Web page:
Line charts are great for comparing data trends over time. They're often best-used when you have a small number of series to compare.
Adding more lines to a chart can make them difficult to read, as lines begin to obscure other lines. One way around this is to use a small multiples line chart in which each line is shown as a separate panel, so that they don't obscure one another. In this post I show you two ways to create a line chart in Displayr.
Remember, you can create a line graph for free using Displayr's online line graph maker!
Preparing your data
Typically, for a line chart you need to have a series of figures arranged in a particular order. Often, the best order to use is time. Order is important for a line chart, as the connectedness of the line implies some flow or progression. If you don't have this, you may be better off using a different chart type.
You should arrange the data for your chart as a table, with the columns representing the series that you want to plot, and the rows representing the dates, points in time, or categories which are to be shown along the horizontal axis. In this post I'll use the example of Google trends data for four technology brands for the past five years. In the table below, I have the four brands as the columns. Each row contains a figure which represents the relative search popularity of each brand in a calendar week. Displayr orders the rows chronologically.
You can add your own Google Trends data to your Displayr document using Insert > More > Data > Google Trends.
Other methods of creating data tables in Displayr include:
- Pasting data directly in. This is done by using Home > Paste Table, using the Paste or type data button that will appear in the Object Inspector on the right side of your screen, and clicking Calculate . You'll also find this button directly in the options for your line chart.
- Adding stock price data with Insert > More > Data > Stock Prices.
- Computing a table with R code. Select Insert > R Output, enter your code in the R CODE section of the Object Inspector on the right and click Calculate . Your code should return a data frame, matrix, vector, or table object.
- Dragging variables from under the Data Sets section on to your page. See below for more on this.
Creating the line chart visualization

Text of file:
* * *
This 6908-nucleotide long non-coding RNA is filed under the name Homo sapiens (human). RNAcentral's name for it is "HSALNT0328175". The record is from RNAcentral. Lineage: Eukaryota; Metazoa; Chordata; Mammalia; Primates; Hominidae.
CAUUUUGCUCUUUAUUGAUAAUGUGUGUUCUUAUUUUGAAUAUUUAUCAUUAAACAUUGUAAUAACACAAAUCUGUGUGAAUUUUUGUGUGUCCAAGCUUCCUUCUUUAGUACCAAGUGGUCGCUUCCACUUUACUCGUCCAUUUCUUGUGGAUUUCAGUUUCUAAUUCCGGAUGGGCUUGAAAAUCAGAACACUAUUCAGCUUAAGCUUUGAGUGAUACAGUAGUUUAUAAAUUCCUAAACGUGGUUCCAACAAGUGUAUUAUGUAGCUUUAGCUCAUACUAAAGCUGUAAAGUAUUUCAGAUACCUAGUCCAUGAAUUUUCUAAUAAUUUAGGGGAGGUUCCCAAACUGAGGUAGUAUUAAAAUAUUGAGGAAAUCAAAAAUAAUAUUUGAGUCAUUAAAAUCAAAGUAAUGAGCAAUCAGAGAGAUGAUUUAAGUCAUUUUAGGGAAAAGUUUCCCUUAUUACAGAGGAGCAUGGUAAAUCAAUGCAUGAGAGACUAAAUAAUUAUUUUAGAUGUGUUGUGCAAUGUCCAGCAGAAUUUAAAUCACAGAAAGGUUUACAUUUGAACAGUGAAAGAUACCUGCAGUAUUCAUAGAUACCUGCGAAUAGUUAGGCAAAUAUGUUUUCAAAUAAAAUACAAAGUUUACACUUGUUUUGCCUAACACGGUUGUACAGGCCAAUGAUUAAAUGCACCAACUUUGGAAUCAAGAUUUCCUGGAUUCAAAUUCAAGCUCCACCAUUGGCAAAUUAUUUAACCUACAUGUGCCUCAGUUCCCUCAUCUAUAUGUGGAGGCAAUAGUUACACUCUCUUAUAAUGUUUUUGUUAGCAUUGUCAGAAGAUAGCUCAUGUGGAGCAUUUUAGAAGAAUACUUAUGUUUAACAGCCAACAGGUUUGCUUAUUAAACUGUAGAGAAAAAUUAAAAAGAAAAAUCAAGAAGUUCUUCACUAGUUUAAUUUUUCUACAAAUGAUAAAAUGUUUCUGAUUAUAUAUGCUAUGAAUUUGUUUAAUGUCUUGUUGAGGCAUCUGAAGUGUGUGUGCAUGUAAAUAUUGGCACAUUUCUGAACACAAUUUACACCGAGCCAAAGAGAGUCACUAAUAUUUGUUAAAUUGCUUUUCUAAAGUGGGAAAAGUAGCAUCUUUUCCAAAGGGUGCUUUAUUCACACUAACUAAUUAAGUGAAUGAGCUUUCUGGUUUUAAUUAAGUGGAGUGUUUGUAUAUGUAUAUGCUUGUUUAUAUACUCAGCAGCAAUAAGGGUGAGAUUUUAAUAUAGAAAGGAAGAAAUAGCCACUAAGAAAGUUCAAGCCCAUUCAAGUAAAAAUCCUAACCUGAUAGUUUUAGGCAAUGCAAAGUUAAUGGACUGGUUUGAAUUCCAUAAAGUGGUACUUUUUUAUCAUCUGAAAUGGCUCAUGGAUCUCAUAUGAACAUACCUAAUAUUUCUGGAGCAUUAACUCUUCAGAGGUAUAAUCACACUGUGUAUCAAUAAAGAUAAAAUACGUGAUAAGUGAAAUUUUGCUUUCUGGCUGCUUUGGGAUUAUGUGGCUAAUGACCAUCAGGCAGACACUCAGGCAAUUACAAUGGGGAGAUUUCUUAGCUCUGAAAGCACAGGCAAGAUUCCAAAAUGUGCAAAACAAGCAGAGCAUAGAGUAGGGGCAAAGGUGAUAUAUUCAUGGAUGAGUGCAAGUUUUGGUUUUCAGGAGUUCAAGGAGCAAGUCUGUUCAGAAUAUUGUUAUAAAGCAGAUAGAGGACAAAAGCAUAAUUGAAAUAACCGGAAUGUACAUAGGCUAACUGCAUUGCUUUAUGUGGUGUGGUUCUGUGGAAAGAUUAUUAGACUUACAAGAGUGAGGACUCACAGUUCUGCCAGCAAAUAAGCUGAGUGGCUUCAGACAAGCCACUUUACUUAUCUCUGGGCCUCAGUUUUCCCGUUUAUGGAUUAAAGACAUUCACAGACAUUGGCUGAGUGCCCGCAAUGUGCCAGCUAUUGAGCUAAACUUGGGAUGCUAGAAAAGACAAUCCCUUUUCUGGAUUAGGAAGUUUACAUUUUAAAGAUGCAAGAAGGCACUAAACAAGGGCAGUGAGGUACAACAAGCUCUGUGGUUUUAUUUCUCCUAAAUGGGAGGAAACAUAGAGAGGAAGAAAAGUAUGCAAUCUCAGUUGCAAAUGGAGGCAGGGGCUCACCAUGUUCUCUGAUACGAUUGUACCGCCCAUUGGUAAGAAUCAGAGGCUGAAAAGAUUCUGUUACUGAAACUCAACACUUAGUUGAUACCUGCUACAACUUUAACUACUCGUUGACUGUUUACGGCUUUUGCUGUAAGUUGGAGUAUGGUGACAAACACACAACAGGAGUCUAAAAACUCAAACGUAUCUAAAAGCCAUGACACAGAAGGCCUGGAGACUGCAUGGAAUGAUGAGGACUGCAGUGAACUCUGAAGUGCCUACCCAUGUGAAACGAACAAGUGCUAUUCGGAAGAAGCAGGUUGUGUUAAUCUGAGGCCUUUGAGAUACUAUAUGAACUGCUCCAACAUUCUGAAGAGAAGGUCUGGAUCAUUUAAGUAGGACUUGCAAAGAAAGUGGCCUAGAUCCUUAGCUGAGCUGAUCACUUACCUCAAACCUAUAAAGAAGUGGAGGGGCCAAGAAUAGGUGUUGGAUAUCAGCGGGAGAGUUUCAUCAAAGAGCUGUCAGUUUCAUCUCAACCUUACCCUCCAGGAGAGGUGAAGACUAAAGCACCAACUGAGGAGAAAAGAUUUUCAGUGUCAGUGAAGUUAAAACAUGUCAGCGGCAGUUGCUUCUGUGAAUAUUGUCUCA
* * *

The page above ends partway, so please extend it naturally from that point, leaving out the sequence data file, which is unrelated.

Once you know which data you want to plot you can go ahead and create your line chart.
- Select Insert > Visualization > Line Chart.
- Choose your DATA SOURCE in the Object Inspector on the right. If you've added a table above, select it in the Output in 'Pages' box. If you just want to paste your table in directly, click the Paste or type data button.
- Tick the Automatic box. Any changes in your data or settings will then be shown automatically.
The line chart for my google trends data looks like this:
We see quite a drop in popularity for Samsung searches, fairly steady searches for Apple with large annual spikes, and growing interest in both Oppo and Huawei (I suspect it would look quite different on Chinese Google!).
You can find options for formatting in the Charts section on the right of the screen, and additional options for manipulating the data in the Insert section. For line charts you can:
- Add trend lines for each series, showing either the linear trend or one of a variety of smoothed trends (e.g. LOESS).
- Create a small multiples version of the chart (where each series is shown in a separate panel).
Using the built-in statistical engine
If you have a data set containing raw data then you can take advantage of Displayr's built-in statistical engine to create your input table, or even to generate a chart directly. You can add your data set using Home > New Data Set, and choosing from one of the many sources. You can get more information about adding data sets in Displayr from Introduction to Displayr 2: Getting Your Data into Displayr.
In this example I have added a survey data file from my computer. The survey asked people various questions about how they view different tech brands, like Apple, Google, Microsoft, and so on. I have some scores for how satisfied people are with their Apple and Microsoft products, and I want to show how these scores are looking over time to see if there are any trends.
- Select Home > Chart. This will add a blank chart output to the page.
- Select my Date variable in the Inputs > DATA > Show menu in the Object Inspector on the right.
- Select the variable set for my Apple and Microsoft scores in Inputs > DATA > By.
- Choose formatting options from the Chart section on the right.